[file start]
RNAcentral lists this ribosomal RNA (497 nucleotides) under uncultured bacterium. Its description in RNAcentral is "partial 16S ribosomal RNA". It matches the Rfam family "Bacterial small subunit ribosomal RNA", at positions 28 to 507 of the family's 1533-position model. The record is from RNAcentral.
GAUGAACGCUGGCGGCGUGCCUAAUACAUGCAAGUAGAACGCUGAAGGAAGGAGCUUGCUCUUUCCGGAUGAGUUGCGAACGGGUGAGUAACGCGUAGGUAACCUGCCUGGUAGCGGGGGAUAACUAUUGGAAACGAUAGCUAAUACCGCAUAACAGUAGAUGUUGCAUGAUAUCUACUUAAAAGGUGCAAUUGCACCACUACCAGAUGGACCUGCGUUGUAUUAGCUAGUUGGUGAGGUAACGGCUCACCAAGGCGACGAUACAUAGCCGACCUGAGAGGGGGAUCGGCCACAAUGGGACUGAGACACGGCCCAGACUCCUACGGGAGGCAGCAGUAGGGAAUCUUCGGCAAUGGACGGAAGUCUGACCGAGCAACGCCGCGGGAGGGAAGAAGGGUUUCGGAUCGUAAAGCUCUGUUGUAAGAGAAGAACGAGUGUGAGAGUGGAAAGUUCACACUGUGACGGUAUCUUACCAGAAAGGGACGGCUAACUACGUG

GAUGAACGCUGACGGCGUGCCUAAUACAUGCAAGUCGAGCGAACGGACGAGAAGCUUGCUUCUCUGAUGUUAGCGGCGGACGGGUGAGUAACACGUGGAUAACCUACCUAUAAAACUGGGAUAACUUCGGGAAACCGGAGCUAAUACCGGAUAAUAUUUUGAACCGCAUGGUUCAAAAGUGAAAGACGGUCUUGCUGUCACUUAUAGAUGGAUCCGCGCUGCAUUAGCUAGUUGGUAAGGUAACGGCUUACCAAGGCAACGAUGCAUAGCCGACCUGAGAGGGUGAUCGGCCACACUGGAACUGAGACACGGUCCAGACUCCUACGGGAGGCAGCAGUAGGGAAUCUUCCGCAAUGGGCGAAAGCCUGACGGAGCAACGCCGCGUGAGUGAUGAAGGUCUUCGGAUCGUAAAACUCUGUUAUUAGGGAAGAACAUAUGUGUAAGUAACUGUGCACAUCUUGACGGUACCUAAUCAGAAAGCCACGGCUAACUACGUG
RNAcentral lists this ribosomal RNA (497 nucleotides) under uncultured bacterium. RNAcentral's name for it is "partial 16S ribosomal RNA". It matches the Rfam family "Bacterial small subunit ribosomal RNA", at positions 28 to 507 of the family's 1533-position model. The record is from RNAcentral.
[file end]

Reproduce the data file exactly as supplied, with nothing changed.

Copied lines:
RNAcentral lists this ribosomal RNA (497 nucleotides) under uncultured bacterium. Its description in RNAcentral is "partial 16S ribosomal RNA". It matches the Rfam family "Bacterial small subunit ribosomal RNA", at positions 28 to 507 of the family's 1533-position model. The record is from RNAcentral.
GAUGAACGCUGGCGGCGUGCCUAAUACAUGCAAGUAGAACGCUGAAGGAAGGAGCUUGCUCUUUCCGGAUGAGUUGCGAACGGGUGAGUAACGCGUAGGUAACCUGCCUGGUAGCGGGGGAUAACUAUUGGAAACGAUAGCUAAUACCGCAUAACAGUAGAUGUUGCAUGAUAUCUACUUAAAAGGUGCAAUUGCACCACUACCAGAUGGACCUGCGUUGUAUUAGCUAGUUGGUGAGGUAACGGCUCACCAAGGCGACGAUACAUAGCCGACCUGAGAGGGGGAUCGGCCACAAUGGGACUGAGACACGGCCCAGACUCCUACGGGAGGCAGCAGUAGGGAAUCUUCGGCAAUGGACGGAAGUCUGACCGAGCAACGCCGCGGGAGGGAAGAAGGGUUUCGGAUCGUAAAGCUCUGUUGUAAGAGAAGAACGAGUGUGAGAGUGGAAAGUUCACACUGUGACGGUAUCUUACCAGAAAGGGACGGCUAACUACGUG

GAUGAACGCUGACGGCGUGCCUAAUACAUGCAAGUCGAGCGAACGGACGAGAAGCUUGCUUCUCUGAUGUUAGCGGCGGACGGGUGAGUAACACGUGGAUAACCUACCUAUAAAACUGGGAUAACUUCGGGAAACCGGAGCUAAUACCGGAUAAUAUUUUGAACCGCAUGGUUCAAAAGUGAAAGACGGUCUUGCUGUCACUUAUAGAUGGAUCCGCGCUGCAUUAGCUAGUUGGUAAGGUAACGGCUUACCAAGGCAACGAUGCAUAGCCGACCUGAGAGGGUGAUCGGCCACACUGGAACUGAGACACGGUCCAGACUCCUACGGGAGGCAGCAGUAGGGAAUCUUCCGCAAUGGGCGAAAGCCUGACGGAGCAACGCCGCGUGAGUGAUGAAGGUCUUCGGAUCGUAAAACUCUGUUAUUAGGGAAGAACAUAUGUGUAAGUAACUGUGCACAUCUUGACGGUACCUAAUCAGAAAGCCACGGCUAACUACGUG
RNAcentral lists this ribosomal RNA (497 nucleotides) under uncultured bacterium. RNAcentral's name for it is "partial 16S ribosomal RNA". It matches the Rfam family "Bacterial small subunit ribosomal RNA", at positions 28 to 507 of the family's 1533-position model. The record is from RNAcentral.